The first questions in the text are the narrator’s responses to her husband’s ranting about pregnancy prevention theories: “What difference does it make now? Why can’t he shut up?” These questions are saturated with anxiety, weariness, and grief. They say more than “I wish he would shut up,” and say it more eloquently than “I feel anxious, weary, and distraught, and I just want to be left alone.” The next question, “Why get married at eighteen?” refamiliarizes the reader with the narrator’s voice and sets up the context of the following back story; no time or attention is wasted in scenery description. When Blew returns to the present conflict (her pregnancy) after discussing her mother, she again uses questions to draw the reader’s attention: “And the pregnant eighteen-year-old? What about her?” She soon moves on to the real question of the text, not the question of “What will I do?” one my ask when presented with a giant of a problem, but the question “What could I have done differently?” that one often asks him or herself in the years after the problem has long since worn out its welcome.

Another aspect of this work which is vital to its successfulness is the timing of its most disturbing scene, the heart of the story. While the location of the story’s heart is up to the reader’s interpretation, it goes without saying that the scene on page 51 is a likely contestant: Blew’s mother, upon finding seven-year-old Blew in a tub of water with her little sister, accuses her of wanting to murder her sister. This is a traumatic moment for Blew, reminding her of an even more traumatic episode in her life: “I had . . . drowned a setting of baby chicks in a rain barrel,” she says of a time she had “wanted them to swim. I can just remember catching a chick and holding it in the water until it stopped squirming and then laying it down to catch a fresh one. I didn’t stop until I had drowned the whole dozen and laid them out in a sodden yellow row” (51).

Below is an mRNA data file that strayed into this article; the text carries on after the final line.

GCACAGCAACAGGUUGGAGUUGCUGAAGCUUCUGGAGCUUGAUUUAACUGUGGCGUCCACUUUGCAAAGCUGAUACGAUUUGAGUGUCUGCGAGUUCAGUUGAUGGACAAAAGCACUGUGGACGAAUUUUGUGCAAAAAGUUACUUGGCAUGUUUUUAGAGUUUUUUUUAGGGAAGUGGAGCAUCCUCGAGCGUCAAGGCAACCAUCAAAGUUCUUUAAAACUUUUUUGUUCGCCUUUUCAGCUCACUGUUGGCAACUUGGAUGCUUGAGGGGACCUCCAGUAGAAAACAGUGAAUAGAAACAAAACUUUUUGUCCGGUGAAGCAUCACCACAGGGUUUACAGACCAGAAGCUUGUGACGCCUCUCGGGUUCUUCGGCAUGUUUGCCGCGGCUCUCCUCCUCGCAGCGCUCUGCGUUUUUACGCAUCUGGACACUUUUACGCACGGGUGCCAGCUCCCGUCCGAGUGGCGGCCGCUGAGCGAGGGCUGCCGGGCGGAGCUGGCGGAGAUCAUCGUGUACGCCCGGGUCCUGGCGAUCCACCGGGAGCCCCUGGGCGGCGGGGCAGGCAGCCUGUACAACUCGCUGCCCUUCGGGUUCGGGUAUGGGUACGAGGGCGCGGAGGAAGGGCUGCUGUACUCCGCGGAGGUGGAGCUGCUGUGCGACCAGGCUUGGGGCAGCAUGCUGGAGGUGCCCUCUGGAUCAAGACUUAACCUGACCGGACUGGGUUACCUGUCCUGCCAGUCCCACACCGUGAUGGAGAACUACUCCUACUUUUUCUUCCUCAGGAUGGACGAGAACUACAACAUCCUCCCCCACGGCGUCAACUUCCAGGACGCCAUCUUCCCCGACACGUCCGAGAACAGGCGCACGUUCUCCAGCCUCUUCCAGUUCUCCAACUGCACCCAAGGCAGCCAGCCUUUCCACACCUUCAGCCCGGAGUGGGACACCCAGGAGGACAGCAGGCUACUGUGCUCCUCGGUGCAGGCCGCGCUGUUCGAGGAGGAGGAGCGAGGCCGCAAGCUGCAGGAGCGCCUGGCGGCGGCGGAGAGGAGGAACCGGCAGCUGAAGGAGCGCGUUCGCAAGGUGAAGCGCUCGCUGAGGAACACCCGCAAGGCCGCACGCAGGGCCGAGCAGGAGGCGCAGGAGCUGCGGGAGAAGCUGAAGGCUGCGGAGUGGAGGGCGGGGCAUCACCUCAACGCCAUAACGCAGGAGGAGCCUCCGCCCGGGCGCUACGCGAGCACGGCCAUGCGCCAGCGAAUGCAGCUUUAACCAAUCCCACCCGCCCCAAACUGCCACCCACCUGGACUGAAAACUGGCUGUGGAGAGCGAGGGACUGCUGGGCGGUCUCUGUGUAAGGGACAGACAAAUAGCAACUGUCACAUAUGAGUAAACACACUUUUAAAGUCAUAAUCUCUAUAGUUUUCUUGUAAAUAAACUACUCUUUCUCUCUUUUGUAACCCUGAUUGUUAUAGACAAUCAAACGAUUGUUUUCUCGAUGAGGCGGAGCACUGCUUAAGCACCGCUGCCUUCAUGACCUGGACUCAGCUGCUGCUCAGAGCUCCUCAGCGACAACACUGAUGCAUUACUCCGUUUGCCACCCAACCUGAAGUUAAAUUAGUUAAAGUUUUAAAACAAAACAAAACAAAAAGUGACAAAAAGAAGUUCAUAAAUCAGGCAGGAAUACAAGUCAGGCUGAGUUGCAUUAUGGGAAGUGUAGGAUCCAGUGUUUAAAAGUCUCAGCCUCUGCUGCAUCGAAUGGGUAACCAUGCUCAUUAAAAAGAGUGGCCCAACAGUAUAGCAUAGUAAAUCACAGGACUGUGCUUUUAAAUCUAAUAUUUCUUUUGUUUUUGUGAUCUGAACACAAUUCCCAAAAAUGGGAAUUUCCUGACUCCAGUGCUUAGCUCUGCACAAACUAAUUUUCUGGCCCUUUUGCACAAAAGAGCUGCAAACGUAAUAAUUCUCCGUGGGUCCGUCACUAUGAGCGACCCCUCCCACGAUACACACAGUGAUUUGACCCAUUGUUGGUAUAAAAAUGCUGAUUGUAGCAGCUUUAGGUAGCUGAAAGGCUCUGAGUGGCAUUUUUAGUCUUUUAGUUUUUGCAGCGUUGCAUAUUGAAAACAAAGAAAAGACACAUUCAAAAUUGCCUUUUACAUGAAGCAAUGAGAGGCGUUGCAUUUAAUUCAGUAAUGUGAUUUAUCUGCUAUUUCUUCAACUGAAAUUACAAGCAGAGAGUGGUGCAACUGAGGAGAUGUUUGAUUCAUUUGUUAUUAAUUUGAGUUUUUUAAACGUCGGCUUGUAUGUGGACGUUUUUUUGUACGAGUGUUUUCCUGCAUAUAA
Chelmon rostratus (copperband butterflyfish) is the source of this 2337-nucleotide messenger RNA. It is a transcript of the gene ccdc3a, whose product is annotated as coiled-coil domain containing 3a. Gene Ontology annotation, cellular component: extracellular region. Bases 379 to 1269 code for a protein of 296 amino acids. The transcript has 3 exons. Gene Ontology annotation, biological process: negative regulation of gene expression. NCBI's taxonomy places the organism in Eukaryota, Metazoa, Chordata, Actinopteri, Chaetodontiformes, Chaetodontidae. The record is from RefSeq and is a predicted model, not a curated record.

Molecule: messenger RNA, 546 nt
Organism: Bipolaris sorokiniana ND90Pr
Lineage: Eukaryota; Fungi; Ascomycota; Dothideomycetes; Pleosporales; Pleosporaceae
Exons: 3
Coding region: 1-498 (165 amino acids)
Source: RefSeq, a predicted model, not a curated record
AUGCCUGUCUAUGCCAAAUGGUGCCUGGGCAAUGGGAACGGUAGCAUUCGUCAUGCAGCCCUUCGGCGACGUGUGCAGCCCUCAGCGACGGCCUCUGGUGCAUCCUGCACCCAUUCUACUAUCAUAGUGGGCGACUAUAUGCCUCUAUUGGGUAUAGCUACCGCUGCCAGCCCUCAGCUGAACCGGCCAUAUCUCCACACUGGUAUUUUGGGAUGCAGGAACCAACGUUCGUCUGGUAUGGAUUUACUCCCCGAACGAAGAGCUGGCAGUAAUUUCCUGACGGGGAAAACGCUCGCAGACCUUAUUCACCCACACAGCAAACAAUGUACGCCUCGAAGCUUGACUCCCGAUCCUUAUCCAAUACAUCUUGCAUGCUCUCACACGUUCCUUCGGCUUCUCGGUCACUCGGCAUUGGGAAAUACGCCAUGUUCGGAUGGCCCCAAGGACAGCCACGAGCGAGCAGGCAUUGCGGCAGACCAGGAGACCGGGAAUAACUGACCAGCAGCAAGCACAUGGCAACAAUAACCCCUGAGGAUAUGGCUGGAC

Blew describes the tragically innocent event so beautifully and matter-of-factly that its standing as the story’s crux is subtle. The scene and its relation to the episode of the little sister in the water tub open up all kinds of questions for the narrator: does she have a murderous impulse? Does her mother have a murderous impulse? Tarrying beneath the surface are the real questions of the piece: did my mother love me? am I capable of love? Certainly, the scene would lose its power if Blew had jumped into it at the very beginning: Let me tell you about a time I accidentally drowned some baby chickens.

Often, a writer will not end a piece with a question because it seems to defeat the purpose of conclusion. However, as illustrated in the above paragraphs, questions often come naturally with this narrator’s voice, and here, they express themes of anxiety and many other emotions with great economy of words.

No One Can Change the Past

[an analysis by Lydia Moeller]

The story “If You Knew Then What I Know Now” by Ryan Van Meter is about a pretend kiss between two boys that held heavy meaning for the young narrator, Meter, who witnessed it. Told in second-person point of view, and in a self-reflective manner, the story is about the narrator who is talking to his younger self about a choice he made to do a project with two boys, Mark and Jared, in the sixth grade. When the trio meet at Mark’s house to work on the project, Mark and Jared pretend to kiss in front of Meter. This created an uncomfortable encounter for Meter, one that came too soon for the naive narrator. Embodied in this kiss was a part of Meter—a part he was too young to fully understand and not ready to face or admit. He had not yet come to terms with the fact that he was gay, nor was he ready to openly express his inner feelings; this experience added to his confusion. The narrator calls it “the biggest kiss you ever saw,” which illustrates the monstrous impact it had on his early life. At the end of story, Jared and Meter meet again at their 10-year high school reunion, where some form of closure between them occurs. The story is told as a warning, in a sense, to his younger self that he would save his future-self much strife if he could avoid witnessing that kiss.